ANALYSIS: The International Implications of the Kavanaugh Confirmation
NEW YORK, September 7 (C-Fam) International abortion groups are in a state of alarm because of the very real possibility the reconfiguration of the U.S. Supreme Court under U.S. President Donald Trump may lead to the reversal of Roe v. Wade.
“If confirmed, Kavanaugh would pose a grave threat to sexual and reproductive health and rights, both in the United States and around the world,” lamented Shannon Kowalski, director of advocacy at the International Women’s Health Coalition in a press release following the nomination on Judge Brett Kavanaugh on July 9.
Their concern is not overwrought. If Kavanaugh provides the long-awaited fifth vote to strike down Roe, it might significantly set back the movement for an international right to abortion.
When the U.S. Supreme Court takes up the issue of abortion again it will almost certainly entertain new claims about the existence of a human right to abortion under customary human rights law. And the Court may have to address these questions. Such claims have already been made by abortion industry giant Planned Parenthood in federal court, albeit without success.
The next time, abortion groups and their supporters will be able to repeat a long list of pronouncements by UN officials and bodies that have pressured countries to decriminalize and liberalize their abortion laws on the basis of UN human rights treaties, some of which the U.S. has ratified. They will also cite foreign high court precedents deferring to UN bodies on their interpretation of international human rights law, even though such UN bodies don’t have authority to bind states. Then the U.S. Supreme Court will be asked to weigh on the issue—the most influential and emulated high court in the world.
If Kavanaugh finally provides the fifth vote to strike down Roe v. Wade, as voters who elected Trump expect, the Court will also necessarily deny the existence of an international right to abortion. And dissenting Justices will likely cite the interpretations of international bodies on the UN civil rights treaty, which the U.S. ratified in 1991.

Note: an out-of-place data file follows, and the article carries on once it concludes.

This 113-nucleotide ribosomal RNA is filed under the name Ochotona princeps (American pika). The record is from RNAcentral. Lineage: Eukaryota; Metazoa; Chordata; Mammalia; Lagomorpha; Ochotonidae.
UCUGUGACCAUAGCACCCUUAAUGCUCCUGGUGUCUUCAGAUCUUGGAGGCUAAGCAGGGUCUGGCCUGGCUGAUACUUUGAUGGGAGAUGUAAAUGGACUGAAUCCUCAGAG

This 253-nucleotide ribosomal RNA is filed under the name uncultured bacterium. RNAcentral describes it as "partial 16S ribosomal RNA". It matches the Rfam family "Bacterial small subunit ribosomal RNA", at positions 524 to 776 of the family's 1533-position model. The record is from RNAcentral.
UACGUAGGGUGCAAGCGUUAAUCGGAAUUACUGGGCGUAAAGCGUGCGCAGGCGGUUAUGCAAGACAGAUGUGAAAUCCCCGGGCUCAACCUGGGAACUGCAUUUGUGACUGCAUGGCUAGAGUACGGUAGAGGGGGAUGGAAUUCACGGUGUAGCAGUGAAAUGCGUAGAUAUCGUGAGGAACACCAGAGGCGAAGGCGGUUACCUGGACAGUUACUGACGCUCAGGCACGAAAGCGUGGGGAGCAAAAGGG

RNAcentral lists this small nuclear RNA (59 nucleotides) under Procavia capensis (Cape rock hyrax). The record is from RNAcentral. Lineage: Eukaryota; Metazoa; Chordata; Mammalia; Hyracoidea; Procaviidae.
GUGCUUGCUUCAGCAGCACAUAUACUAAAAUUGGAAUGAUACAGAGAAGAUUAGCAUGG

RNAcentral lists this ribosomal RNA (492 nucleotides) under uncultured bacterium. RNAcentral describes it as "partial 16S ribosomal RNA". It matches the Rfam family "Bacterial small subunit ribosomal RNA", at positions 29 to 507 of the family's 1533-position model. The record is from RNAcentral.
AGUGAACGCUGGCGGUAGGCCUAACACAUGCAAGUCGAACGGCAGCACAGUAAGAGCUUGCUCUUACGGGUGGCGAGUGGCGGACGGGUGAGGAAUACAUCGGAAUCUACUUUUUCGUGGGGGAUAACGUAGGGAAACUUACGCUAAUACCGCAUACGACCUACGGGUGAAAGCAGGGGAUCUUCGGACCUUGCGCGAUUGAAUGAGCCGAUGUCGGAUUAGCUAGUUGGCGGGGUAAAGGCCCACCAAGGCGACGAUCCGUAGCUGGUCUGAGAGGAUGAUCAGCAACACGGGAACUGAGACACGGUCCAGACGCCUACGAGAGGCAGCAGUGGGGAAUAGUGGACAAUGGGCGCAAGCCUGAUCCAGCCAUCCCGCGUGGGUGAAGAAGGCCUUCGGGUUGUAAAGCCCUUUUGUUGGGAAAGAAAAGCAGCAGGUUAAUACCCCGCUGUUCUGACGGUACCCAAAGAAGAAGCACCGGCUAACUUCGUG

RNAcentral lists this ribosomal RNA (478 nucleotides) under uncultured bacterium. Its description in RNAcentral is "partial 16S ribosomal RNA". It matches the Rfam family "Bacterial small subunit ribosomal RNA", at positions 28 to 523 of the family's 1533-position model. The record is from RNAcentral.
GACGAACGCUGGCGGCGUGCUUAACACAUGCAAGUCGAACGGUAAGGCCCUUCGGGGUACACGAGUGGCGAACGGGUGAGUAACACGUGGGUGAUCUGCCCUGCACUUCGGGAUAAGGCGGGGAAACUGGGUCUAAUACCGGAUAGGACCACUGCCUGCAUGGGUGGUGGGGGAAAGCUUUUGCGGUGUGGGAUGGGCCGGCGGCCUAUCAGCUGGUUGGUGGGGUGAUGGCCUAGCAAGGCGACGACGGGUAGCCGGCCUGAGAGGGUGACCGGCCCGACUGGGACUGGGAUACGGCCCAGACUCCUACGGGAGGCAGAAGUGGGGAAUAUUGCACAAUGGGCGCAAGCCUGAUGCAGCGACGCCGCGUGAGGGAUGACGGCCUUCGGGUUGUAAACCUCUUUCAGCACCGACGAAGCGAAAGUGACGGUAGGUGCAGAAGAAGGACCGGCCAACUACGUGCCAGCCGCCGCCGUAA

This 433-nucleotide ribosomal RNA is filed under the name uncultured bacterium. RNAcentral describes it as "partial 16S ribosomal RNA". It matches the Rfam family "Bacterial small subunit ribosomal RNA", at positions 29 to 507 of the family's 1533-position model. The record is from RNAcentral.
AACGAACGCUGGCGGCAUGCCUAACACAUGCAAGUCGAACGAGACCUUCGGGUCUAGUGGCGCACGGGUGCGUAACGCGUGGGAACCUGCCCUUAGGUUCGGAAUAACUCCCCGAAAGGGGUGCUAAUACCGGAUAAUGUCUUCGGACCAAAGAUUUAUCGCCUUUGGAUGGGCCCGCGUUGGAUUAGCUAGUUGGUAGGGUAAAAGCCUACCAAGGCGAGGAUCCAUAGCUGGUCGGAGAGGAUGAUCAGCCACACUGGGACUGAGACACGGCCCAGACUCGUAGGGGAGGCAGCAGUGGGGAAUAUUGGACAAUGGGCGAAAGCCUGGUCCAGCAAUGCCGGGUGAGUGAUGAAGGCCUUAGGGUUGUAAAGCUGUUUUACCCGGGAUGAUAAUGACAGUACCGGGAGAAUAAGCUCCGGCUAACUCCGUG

But a ruling on international law will only be required if Kavanaugh has the stomach to overturn what he himself has described as “settled law.”
While there have been sporadic attempts to challenge Roe v. Wade in State legislatures and the U.S. Congress, by design most State-based legislative efforts against abortion do not challenge Roe v. Wade itself, but merely attempt to chip away at it.
During the hearings this week, many of the Senators tried unsuccessfully to get Kavanagh to commit for or against Roe. Even Republican Senator Lindsey Graham (R-South Carolina) asked Kavanaugh if a right to abortion was “rooted in the history and tradition” of the United States. Kavanaugh evaded the question.
“I hope one day the court will sit down and think long and hard about the path they (Supreme Court) have charted,” Graham said, urging Kavanaugh to reflect on the damage to democracy from judicial activism and “breathless” interpretations of the U.S. Constitution.
Senator Graham was powerless to do more.
“That’s my parting thought to you, and then you’ll decide what’s best for the country,” he conceded with what little breath he had left.